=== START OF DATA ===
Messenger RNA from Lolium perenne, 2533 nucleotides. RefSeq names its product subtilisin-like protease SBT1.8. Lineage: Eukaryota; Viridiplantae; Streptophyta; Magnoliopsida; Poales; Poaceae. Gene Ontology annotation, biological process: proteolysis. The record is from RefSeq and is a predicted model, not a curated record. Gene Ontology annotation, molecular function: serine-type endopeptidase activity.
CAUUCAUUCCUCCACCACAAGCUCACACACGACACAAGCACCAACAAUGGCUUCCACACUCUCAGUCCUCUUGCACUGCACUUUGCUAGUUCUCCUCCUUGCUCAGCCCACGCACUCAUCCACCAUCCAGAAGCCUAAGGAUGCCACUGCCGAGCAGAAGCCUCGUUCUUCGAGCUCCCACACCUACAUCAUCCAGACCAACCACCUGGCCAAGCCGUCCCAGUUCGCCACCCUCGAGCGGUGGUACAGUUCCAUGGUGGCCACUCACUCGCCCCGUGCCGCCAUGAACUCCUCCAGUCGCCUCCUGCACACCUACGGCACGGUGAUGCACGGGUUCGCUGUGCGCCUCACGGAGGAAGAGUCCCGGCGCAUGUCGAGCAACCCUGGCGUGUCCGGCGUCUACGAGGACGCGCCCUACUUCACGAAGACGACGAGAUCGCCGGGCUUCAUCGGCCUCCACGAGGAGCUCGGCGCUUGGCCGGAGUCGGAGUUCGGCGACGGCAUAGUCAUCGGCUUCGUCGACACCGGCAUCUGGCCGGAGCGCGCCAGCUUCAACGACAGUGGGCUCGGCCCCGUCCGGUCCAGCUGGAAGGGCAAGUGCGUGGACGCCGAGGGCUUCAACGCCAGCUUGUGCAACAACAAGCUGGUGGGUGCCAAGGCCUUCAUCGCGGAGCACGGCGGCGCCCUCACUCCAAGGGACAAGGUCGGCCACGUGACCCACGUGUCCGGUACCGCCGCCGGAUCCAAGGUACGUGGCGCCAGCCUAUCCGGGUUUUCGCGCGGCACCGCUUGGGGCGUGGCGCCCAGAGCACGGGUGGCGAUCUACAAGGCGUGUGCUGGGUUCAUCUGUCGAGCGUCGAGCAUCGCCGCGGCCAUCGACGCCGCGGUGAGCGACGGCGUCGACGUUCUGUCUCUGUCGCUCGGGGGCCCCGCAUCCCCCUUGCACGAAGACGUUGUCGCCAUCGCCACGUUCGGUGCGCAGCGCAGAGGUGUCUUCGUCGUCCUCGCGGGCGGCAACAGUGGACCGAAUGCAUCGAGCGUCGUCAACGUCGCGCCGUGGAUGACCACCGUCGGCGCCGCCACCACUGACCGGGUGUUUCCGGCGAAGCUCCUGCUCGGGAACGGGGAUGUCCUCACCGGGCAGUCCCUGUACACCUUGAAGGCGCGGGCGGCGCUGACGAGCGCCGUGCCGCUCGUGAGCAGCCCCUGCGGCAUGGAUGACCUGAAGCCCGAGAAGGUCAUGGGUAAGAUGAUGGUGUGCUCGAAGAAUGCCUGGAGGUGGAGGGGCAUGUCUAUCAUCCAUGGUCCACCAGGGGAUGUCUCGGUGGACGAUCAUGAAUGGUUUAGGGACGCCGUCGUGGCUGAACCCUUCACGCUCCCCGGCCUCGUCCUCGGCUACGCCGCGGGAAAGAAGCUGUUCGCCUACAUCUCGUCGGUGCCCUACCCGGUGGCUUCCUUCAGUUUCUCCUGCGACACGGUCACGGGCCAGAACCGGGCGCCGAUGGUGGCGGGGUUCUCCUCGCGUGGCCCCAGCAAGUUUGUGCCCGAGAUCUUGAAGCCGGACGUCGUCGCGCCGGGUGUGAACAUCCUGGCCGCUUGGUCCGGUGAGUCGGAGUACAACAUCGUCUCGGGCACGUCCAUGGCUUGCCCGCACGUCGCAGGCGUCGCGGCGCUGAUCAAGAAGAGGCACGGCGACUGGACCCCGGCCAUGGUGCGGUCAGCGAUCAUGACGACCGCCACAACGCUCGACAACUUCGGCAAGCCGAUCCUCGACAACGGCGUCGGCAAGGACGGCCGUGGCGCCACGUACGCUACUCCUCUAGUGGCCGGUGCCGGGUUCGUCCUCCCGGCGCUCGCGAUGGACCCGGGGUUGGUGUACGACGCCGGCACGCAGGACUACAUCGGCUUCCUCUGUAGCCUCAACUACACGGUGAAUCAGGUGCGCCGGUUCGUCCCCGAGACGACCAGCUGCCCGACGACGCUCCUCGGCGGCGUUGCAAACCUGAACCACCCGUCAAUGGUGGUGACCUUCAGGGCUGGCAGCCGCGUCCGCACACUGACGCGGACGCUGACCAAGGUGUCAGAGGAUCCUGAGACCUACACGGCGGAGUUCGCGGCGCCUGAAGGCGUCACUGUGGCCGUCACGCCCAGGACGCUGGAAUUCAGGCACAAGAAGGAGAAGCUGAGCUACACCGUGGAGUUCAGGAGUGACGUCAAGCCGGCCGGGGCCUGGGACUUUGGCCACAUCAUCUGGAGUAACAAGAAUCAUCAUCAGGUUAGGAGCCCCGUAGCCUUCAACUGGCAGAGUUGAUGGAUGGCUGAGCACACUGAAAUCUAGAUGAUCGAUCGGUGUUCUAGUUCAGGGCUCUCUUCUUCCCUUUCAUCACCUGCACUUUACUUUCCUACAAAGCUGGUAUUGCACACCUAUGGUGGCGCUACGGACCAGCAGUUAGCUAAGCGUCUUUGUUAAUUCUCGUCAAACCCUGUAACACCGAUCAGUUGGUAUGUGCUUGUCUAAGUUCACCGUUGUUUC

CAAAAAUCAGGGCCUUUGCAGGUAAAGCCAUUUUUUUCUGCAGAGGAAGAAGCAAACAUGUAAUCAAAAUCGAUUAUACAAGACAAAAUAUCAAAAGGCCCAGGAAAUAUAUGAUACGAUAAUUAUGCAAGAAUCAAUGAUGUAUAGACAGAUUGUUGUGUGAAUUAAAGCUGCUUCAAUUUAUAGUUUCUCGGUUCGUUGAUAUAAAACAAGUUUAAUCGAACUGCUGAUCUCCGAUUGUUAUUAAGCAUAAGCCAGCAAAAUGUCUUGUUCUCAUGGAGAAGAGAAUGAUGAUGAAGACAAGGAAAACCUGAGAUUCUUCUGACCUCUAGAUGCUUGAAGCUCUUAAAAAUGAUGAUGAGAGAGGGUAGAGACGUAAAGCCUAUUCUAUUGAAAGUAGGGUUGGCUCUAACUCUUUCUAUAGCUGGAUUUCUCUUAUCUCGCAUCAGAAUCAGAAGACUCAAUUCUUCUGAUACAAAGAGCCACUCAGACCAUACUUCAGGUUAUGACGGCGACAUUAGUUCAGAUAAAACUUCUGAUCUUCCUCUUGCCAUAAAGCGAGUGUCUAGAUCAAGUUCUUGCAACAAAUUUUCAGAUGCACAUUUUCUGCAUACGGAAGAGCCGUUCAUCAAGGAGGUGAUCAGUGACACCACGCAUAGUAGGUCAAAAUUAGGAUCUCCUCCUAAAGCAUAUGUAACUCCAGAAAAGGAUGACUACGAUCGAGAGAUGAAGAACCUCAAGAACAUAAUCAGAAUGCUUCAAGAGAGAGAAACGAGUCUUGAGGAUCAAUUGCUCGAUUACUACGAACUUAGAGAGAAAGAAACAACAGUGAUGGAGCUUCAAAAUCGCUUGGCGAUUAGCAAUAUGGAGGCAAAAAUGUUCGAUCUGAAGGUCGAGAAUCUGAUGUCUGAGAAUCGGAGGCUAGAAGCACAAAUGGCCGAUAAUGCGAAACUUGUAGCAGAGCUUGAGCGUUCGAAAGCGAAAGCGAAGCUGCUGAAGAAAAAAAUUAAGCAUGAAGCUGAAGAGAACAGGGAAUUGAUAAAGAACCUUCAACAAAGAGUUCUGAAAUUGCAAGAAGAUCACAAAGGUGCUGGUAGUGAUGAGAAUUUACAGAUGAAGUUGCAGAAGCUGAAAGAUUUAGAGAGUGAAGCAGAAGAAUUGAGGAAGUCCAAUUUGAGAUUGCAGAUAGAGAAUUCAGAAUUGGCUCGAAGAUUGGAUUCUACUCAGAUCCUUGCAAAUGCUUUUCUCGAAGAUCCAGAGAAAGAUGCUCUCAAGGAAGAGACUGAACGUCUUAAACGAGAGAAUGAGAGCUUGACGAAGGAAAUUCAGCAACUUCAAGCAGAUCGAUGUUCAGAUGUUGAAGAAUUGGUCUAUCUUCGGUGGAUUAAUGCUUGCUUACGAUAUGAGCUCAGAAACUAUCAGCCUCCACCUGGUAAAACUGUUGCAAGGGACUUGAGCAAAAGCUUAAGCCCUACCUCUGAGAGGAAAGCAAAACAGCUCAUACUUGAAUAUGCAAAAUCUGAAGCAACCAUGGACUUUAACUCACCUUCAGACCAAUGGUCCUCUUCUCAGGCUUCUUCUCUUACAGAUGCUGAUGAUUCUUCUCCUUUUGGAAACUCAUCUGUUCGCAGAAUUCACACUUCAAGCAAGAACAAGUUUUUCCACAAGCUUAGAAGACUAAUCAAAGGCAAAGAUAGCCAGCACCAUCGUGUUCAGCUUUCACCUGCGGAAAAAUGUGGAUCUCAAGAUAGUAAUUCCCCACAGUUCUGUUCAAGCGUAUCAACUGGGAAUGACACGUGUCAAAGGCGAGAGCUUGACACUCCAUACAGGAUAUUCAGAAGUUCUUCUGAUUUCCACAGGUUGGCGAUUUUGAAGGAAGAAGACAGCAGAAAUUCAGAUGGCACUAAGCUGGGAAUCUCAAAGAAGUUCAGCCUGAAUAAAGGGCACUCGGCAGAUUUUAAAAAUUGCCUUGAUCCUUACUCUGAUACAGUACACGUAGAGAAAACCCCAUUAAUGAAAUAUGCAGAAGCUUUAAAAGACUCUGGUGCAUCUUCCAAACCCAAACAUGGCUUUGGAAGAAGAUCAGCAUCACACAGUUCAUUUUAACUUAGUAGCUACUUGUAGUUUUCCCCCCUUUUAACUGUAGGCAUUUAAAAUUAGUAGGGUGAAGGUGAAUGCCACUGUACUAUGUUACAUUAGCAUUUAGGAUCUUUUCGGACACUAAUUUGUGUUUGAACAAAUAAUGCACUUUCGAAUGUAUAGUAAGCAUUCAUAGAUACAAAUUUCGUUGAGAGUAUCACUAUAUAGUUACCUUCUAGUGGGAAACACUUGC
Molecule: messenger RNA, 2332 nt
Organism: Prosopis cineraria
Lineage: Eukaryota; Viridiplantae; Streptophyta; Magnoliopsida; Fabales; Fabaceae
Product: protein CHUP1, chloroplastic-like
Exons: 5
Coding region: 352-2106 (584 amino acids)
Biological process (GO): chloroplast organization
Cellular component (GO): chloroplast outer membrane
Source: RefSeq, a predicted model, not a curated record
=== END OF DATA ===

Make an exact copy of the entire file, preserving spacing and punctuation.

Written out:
Messenger RNA from Lolium perenne, 2533 nucleotides. RefSeq names its product subtilisin-like protease SBT1.8. Lineage: Eukaryota; Viridiplantae; Streptophyta; Magnoliopsida; Poales; Poaceae. Gene Ontology annotation, biological process: proteolysis. The record is from RefSeq and is a predicted model, not a curated record. Gene Ontology annotation, molecular function: serine-type endopeptidase activity.
CAUUCAUUCCUCCACCACAAGCUCACACACGACACAAGCACCAACAAUGGCUUCCACACUCUCAGUCCUCUUGCACUGCACUUUGCUAGUUCUCCUCCUUGCUCAGCCCACGCACUCAUCCACCAUCCAGAAGCCUAAGGAUGCCACUGCCGAGCAGAAGCCUCGUUCUUCGAGCUCCCACACCUACAUCAUCCAGACCAACCACCUGGCCAAGCCGUCCCAGUUCGCCACCCUCGAGCGGUGGUACAGUUCCAUGGUGGCCACUCACUCGCCCCGUGCCGCCAUGAACUCCUCCAGUCGCCUCCUGCACACCUACGGCACGGUGAUGCACGGGUUCGCUGUGCGCCUCACGGAGGAAGAGUCCCGGCGCAUGUCGAGCAACCCUGGCGUGUCCGGCGUCUACGAGGACGCGCCCUACUUCACGAAGACGACGAGAUCGCCGGGCUUCAUCGGCCUCCACGAGGAGCUCGGCGCUUGGCCGGAGUCGGAGUUCGGCGACGGCAUAGUCAUCGGCUUCGUCGACACCGGCAUCUGGCCGGAGCGCGCCAGCUUCAACGACAGUGGGCUCGGCCCCGUCCGGUCCAGCUGGAAGGGCAAGUGCGUGGACGCCGAGGGCUUCAACGCCAGCUUGUGCAACAACAAGCUGGUGGGUGCCAAGGCCUUCAUCGCGGAGCACGGCGGCGCCCUCACUCCAAGGGACAAGGUCGGCCACGUGACCCACGUGUCCGGUACCGCCGCCGGAUCCAAGGUACGUGGCGCCAGCCUAUCCGGGUUUUCGCGCGGCACCGCUUGGGGCGUGGCGCCCAGAGCACGGGUGGCGAUCUACAAGGCGUGUGCUGGGUUCAUCUGUCGAGCGUCGAGCAUCGCCGCGGCCAUCGACGCCGCGGUGAGCGACGGCGUCGACGUUCUGUCUCUGUCGCUCGGGGGCCCCGCAUCCCCCUUGCACGAAGACGUUGUCGCCAUCGCCACGUUCGGUGCGCAGCGCAGAGGUGUCUUCGUCGUCCUCGCGGGCGGCAACAGUGGACCGAAUGCAUCGAGCGUCGUCAACGUCGCGCCGUGGAUGACCACCGUCGGCGCCGCCACCACUGACCGGGUGUUUCCGGCGAAGCUCCUGCUCGGGAACGGGGAUGUCCUCACCGGGCAGUCCCUGUACACCUUGAAGGCGCGGGCGGCGCUGACGAGCGCCGUGCCGCUCGUGAGCAGCCCCUGCGGCAUGGAUGACCUGAAGCCCGAGAAGGUCAUGGGUAAGAUGAUGGUGUGCUCGAAGAAUGCCUGGAGGUGGAGGGGCAUGUCUAUCAUCCAUGGUCCACCAGGGGAUGUCUCGGUGGACGAUCAUGAAUGGUUUAGGGACGCCGUCGUGGCUGAACCCUUCACGCUCCCCGGCCUCGUCCUCGGCUACGCCGCGGGAAAGAAGCUGUUCGCCUACAUCUCGUCGGUGCCCUACCCGGUGGCUUCCUUCAGUUUCUCCUGCGACACGGUCACGGGCCAGAACCGGGCGCCGAUGGUGGCGGGGUUCUCCUCGCGUGGCCCCAGCAAGUUUGUGCCCGAGAUCUUGAAGCCGGACGUCGUCGCGCCGGGUGUGAACAUCCUGGCCGCUUGGUCCGGUGAGUCGGAGUACAACAUCGUCUCGGGCACGUCCAUGGCUUGCCCGCACGUCGCAGGCGUCGCGGCGCUGAUCAAGAAGAGGCACGGCGACUGGACCCCGGCCAUGGUGCGGUCAGCGAUCAUGACGACCGCCACAACGCUCGACAACUUCGGCAAGCCGAUCCUCGACAACGGCGUCGGCAAGGACGGCCGUGGCGCCACGUACGCUACUCCUCUAGUGGCCGGUGCCGGGUUCGUCCUCCCGGCGCUCGCGAUGGACCCGGGGUUGGUGUACGACGCCGGCACGCAGGACUACAUCGGCUUCCUCUGUAGCCUCAACUACACGGUGAAUCAGGUGCGCCGGUUCGUCCCCGAGACGACCAGCUGCCCGACGACGCUCCUCGGCGGCGUUGCAAACCUGAACCACCCGUCAAUGGUGGUGACCUUCAGGGCUGGCAGCCGCGUCCGCACACUGACGCGGACGCUGACCAAGGUGUCAGAGGAUCCUGAGACCUACACGGCGGAGUUCGCGGCGCCUGAAGGCGUCACUGUGGCCGUCACGCCCAGGACGCUGGAAUUCAGGCACAAGAAGGAGAAGCUGAGCUACACCGUGGAGUUCAGGAGUGACGUCAAGCCGGCCGGGGCCUGGGACUUUGGCCACAUCAUCUGGAGUAACAAGAAUCAUCAUCAGGUUAGGAGCCCCGUAGCCUUCAACUGGCAGAGUUGAUGGAUGGCUGAGCACACUGAAAUCUAGAUGAUCGAUCGGUGUUCUAGUUCAGGGCUCUCUUCUUCCCUUUCAUCACCUGCACUUUACUUUCCUACAAAGCUGGUAUUGCACACCUAUGGUGGCGCUACGGACCAGCAGUUAGCUAAGCGUCUUUGUUAAUUCUCGUCAAACCCUGUAACACCGAUCAGUUGGUAUGUGCUUGUCUAAGUUCACCGUUGUUUC

CAAAAAUCAGGGCCUUUGCAGGUAAAGCCAUUUUUUUCUGCAGAGGAAGAAGCAAACAUGUAAUCAAAAUCGAUUAUACAAGACAAAAUAUCAAAAGGCCCAGGAAAUAUAUGAUACGAUAAUUAUGCAAGAAUCAAUGAUGUAUAGACAGAUUGUUGUGUGAAUUAAAGCUGCUUCAAUUUAUAGUUUCUCGGUUCGUUGAUAUAAAACAAGUUUAAUCGAACUGCUGAUCUCCGAUUGUUAUUAAGCAUAAGCCAGCAAAAUGUCUUGUUCUCAUGGAGAAGAGAAUGAUGAUGAAGACAAGGAAAACCUGAGAUUCUUCUGACCUCUAGAUGCUUGAAGCUCUUAAAAAUGAUGAUGAGAGAGGGUAGAGACGUAAAGCCUAUUCUAUUGAAAGUAGGGUUGGCUCUAACUCUUUCUAUAGCUGGAUUUCUCUUAUCUCGCAUCAGAAUCAGAAGACUCAAUUCUUCUGAUACAAAGAGCCACUCAGACCAUACUUCAGGUUAUGACGGCGACAUUAGUUCAGAUAAAACUUCUGAUCUUCCUCUUGCCAUAAAGCGAGUGUCUAGAUCAAGUUCUUGCAACAAAUUUUCAGAUGCACAUUUUCUGCAUACGGAAGAGCCGUUCAUCAAGGAGGUGAUCAGUGACACCACGCAUAGUAGGUCAAAAUUAGGAUCUCCUCCUAAAGCAUAUGUAACUCCAGAAAAGGAUGACUACGAUCGAGAGAUGAAGAACCUCAAGAACAUAAUCAGAAUGCUUCAAGAGAGAGAAACGAGUCUUGAGGAUCAAUUGCUCGAUUACUACGAACUUAGAGAGAAAGAAACAACAGUGAUGGAGCUUCAAAAUCGCUUGGCGAUUAGCAAUAUGGAGGCAAAAAUGUUCGAUCUGAAGGUCGAGAAUCUGAUGUCUGAGAAUCGGAGGCUAGAAGCACAAAUGGCCGAUAAUGCGAAACUUGUAGCAGAGCUUGAGCGUUCGAAAGCGAAAGCGAAGCUGCUGAAGAAAAAAAUUAAGCAUGAAGCUGAAGAGAACAGGGAAUUGAUAAAGAACCUUCAACAAAGAGUUCUGAAAUUGCAAGAAGAUCACAAAGGUGCUGGUAGUGAUGAGAAUUUACAGAUGAAGUUGCAGAAGCUGAAAGAUUUAGAGAGUGAAGCAGAAGAAUUGAGGAAGUCCAAUUUGAGAUUGCAGAUAGAGAAUUCAGAAUUGGCUCGAAGAUUGGAUUCUACUCAGAUCCUUGCAAAUGCUUUUCUCGAAGAUCCAGAGAAAGAUGCUCUCAAGGAAGAGACUGAACGUCUUAAACGAGAGAAUGAGAGCUUGACGAAGGAAAUUCAGCAACUUCAAGCAGAUCGAUGUUCAGAUGUUGAAGAAUUGGUCUAUCUUCGGUGGAUUAAUGCUUGCUUACGAUAUGAGCUCAGAAACUAUCAGCCUCCACCUGGUAAAACUGUUGCAAGGGACUUGAGCAAAAGCUUAAGCCCUACCUCUGAGAGGAAAGCAAAACAGCUCAUACUUGAAUAUGCAAAAUCUGAAGCAACCAUGGACUUUAACUCACCUUCAGACCAAUGGUCCUCUUCUCAGGCUUCUUCUCUUACAGAUGCUGAUGAUUCUUCUCCUUUUGGAAACUCAUCUGUUCGCAGAAUUCACACUUCAAGCAAGAACAAGUUUUUCCACAAGCUUAGAAGACUAAUCAAAGGCAAAGAUAGCCAGCACCAUCGUGUUCAGCUUUCACCUGCGGAAAAAUGUGGAUCUCAAGAUAGUAAUUCCCCACAGUUCUGUUCAAGCGUAUCAACUGGGAAUGACACGUGUCAAAGGCGAGAGCUUGACACUCCAUACAGGAUAUUCAGAAGUUCUUCUGAUUUCCACAGGUUGGCGAUUUUGAAGGAAGAAGACAGCAGAAAUUCAGAUGGCACUAAGCUGGGAAUCUCAAAGAAGUUCAGCCUGAAUAAAGGGCACUCGGCAGAUUUUAAAAAUUGCCUUGAUCCUUACUCUGAUACAGUACACGUAGAGAAAACCCCAUUAAUGAAAUAUGCAGAAGCUUUAAAAGACUCUGGUGCAUCUUCCAAACCCAAACAUGGCUUUGGAAGAAGAUCAGCAUCACACAGUUCAUUUUAACUUAGUAGCUACUUGUAGUUUUCCCCCCUUUUAACUGUAGGCAUUUAAAAUUAGUAGGGUGAAGGUGAAUGCCACUGUACUAUGUUACAUUAGCAUUUAGGAUCUUUUCGGACACUAAUUUGUGUUUGAACAAAUAAUGCACUUUCGAAUGUAUAGUAAGCAUUCAUAGAUACAAAUUUCGUUGAGAGUAUCACUAUAUAGUUACCUUCUAGUGGGAAACACUUGC
Molecule: messenger RNA, 2332 nt
Organism: Prosopis cineraria
Lineage: Eukaryota; Viridiplantae; Streptophyta; Magnoliopsida; Fabales; Fabaceae
Product: protein CHUP1, chloroplastic-like
Exons: 5
Coding region: 352-2106 (584 amino acids)
Biological process (GO): chloroplast organization
Cellular component (GO): chloroplast outer membrane
Source: RefSeq, a predicted model, not a curated record